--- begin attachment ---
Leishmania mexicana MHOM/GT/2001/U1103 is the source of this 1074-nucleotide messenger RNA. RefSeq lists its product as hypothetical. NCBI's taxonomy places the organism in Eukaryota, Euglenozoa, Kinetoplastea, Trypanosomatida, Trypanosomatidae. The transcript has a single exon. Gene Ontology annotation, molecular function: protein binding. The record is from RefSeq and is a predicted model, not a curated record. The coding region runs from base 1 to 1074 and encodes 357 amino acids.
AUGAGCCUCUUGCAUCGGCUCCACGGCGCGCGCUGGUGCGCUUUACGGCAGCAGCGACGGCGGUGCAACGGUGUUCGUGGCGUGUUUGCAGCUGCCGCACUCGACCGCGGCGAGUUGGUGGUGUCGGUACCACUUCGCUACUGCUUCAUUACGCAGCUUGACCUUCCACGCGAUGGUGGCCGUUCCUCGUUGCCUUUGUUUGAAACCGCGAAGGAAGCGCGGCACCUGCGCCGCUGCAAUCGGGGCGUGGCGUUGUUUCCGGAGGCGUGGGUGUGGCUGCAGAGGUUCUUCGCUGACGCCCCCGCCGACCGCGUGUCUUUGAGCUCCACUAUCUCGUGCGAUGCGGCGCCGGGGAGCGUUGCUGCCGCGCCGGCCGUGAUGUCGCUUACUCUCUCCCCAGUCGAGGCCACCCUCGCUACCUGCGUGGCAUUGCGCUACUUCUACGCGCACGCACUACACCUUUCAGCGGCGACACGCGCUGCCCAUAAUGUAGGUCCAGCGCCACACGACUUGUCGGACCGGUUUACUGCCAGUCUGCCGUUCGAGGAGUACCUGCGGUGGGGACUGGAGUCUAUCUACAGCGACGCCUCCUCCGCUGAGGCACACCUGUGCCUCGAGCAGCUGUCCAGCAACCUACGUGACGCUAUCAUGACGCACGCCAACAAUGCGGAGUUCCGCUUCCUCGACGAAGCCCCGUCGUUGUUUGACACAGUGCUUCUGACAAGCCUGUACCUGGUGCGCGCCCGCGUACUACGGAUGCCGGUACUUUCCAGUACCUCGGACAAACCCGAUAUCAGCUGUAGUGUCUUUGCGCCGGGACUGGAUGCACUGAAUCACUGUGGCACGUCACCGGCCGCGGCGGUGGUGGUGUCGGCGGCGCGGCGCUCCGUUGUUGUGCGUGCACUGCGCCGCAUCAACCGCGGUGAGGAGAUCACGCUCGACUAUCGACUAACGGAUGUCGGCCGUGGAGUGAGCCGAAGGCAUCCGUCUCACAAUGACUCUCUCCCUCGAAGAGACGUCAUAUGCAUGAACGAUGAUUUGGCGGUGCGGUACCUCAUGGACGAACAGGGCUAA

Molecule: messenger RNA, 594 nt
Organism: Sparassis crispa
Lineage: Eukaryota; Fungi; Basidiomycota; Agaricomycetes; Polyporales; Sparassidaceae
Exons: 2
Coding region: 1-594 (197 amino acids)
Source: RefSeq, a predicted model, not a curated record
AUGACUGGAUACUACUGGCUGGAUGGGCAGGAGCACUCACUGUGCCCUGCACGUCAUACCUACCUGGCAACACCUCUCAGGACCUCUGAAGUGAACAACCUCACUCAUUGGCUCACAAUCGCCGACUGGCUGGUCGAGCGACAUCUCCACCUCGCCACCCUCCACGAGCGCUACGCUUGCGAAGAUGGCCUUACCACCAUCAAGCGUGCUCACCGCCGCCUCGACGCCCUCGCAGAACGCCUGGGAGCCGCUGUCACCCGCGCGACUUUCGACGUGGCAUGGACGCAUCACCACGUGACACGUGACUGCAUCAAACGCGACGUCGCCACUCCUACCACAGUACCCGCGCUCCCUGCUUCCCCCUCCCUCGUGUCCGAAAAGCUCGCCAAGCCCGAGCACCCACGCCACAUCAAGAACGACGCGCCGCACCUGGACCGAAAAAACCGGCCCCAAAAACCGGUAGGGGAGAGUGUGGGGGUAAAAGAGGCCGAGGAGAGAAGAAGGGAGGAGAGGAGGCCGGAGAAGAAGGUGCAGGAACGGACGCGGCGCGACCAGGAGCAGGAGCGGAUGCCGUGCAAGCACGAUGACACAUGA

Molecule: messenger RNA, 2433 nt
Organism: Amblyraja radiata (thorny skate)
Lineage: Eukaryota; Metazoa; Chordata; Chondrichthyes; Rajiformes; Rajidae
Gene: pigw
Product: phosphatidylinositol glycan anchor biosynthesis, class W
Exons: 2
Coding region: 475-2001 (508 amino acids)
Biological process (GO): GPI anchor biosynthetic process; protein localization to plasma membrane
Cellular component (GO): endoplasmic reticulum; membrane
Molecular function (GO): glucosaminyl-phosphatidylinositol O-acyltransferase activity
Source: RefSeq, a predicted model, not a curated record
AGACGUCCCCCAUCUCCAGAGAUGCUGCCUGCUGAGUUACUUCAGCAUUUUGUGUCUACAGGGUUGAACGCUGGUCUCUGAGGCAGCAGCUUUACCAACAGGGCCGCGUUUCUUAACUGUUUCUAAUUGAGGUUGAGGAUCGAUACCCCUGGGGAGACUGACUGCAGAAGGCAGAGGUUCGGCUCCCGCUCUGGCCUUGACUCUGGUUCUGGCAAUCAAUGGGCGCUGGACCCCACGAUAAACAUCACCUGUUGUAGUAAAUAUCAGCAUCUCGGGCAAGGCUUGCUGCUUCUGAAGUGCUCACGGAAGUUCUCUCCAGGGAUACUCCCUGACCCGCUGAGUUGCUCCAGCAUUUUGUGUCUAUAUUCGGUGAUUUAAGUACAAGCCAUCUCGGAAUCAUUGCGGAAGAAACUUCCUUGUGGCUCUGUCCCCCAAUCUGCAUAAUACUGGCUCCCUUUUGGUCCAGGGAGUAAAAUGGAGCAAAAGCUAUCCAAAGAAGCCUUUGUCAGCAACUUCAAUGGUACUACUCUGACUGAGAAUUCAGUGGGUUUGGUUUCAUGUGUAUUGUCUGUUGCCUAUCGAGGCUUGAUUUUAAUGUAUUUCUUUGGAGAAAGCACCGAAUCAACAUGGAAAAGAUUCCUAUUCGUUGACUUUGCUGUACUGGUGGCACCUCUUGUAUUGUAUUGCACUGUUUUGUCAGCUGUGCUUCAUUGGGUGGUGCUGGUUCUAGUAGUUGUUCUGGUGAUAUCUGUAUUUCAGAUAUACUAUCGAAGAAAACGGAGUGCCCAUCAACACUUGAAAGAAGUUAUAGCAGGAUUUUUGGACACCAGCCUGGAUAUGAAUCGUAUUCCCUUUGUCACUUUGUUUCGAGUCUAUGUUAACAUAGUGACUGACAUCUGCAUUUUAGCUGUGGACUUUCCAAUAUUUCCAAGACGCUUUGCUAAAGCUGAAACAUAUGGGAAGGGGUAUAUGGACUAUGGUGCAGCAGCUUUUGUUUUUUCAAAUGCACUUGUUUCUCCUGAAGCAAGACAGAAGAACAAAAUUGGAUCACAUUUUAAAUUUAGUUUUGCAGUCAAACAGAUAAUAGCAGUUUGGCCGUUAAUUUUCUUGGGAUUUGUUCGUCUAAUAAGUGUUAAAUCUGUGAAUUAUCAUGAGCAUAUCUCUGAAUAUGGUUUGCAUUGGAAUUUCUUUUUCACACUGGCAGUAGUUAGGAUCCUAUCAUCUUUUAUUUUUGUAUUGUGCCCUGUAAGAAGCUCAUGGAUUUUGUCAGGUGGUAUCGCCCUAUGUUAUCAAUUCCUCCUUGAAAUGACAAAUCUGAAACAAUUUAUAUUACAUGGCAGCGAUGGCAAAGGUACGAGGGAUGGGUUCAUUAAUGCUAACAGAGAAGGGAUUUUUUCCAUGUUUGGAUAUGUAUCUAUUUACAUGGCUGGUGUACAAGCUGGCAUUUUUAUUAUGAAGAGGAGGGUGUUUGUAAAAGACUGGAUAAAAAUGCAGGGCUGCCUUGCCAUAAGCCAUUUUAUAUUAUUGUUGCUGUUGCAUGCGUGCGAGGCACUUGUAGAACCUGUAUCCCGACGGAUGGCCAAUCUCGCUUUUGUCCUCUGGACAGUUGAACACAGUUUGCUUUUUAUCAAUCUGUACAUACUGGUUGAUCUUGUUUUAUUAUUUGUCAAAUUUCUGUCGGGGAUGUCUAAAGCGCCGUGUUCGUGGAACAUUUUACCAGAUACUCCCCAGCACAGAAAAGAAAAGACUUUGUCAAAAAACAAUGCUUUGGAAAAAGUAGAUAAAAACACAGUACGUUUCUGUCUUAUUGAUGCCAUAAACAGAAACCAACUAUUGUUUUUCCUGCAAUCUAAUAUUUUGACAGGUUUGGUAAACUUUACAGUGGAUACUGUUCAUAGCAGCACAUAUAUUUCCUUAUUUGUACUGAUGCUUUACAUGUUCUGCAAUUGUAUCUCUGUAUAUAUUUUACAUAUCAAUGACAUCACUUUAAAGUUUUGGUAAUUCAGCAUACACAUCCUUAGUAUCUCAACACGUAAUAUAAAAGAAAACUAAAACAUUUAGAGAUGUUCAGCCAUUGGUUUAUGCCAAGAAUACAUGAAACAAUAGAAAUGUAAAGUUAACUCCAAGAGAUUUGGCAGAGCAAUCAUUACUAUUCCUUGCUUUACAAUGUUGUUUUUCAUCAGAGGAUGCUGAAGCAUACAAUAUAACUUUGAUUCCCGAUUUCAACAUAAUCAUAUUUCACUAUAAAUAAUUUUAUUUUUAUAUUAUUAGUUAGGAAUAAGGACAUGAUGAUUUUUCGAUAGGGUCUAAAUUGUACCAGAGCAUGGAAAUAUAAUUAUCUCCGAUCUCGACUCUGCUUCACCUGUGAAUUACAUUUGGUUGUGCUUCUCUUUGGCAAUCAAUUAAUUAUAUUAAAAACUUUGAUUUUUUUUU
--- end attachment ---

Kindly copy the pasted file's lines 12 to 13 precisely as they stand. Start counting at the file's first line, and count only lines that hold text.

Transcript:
Lineage: Eukaryota; Metazoa; Chordata; Chondrichthyes; Rajiformes; Rajidae
Gene: pigw